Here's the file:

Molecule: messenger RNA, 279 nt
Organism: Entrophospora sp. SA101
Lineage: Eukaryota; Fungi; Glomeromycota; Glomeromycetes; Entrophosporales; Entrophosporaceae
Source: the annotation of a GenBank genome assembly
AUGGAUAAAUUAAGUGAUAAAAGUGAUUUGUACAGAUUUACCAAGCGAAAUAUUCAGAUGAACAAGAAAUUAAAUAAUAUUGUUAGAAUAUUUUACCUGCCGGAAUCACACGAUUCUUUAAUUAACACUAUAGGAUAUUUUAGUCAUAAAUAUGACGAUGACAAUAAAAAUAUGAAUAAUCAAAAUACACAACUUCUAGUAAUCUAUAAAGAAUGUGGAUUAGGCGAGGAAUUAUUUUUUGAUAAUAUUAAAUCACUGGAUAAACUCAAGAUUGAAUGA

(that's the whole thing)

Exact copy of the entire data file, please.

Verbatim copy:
Molecule: messenger RNA, 279 nt
Organism: Entrophospora sp. SA101
Lineage: Eukaryota; Fungi; Glomeromycota; Glomeromycetes; Entrophosporales; Entrophosporaceae
Source: the annotation of a GenBank genome assembly
AUGGAUAAAUUAAGUGAUAAAAGUGAUUUGUACAGAUUUACCAAGCGAAAUAUUCAGAUGAACAAGAAAUUAAAUAAUAUUGUUAGAAUAUUUUACCUGCCGGAAUCACACGAUUCUUUAAUUAACACUAUAGGAUAUUUUAGUCAUAAAUAUGACGAUGACAAUAAAAAUAUGAAUAAUCAAAAUACACAACUUCUAGUAAUCUAUAAAGAAUGUGGAUUAGGCGAGGAAUUAUUUUUUGAUAAUAUUAAAUCACUGGAUAAACUCAAGAUUGAAUGA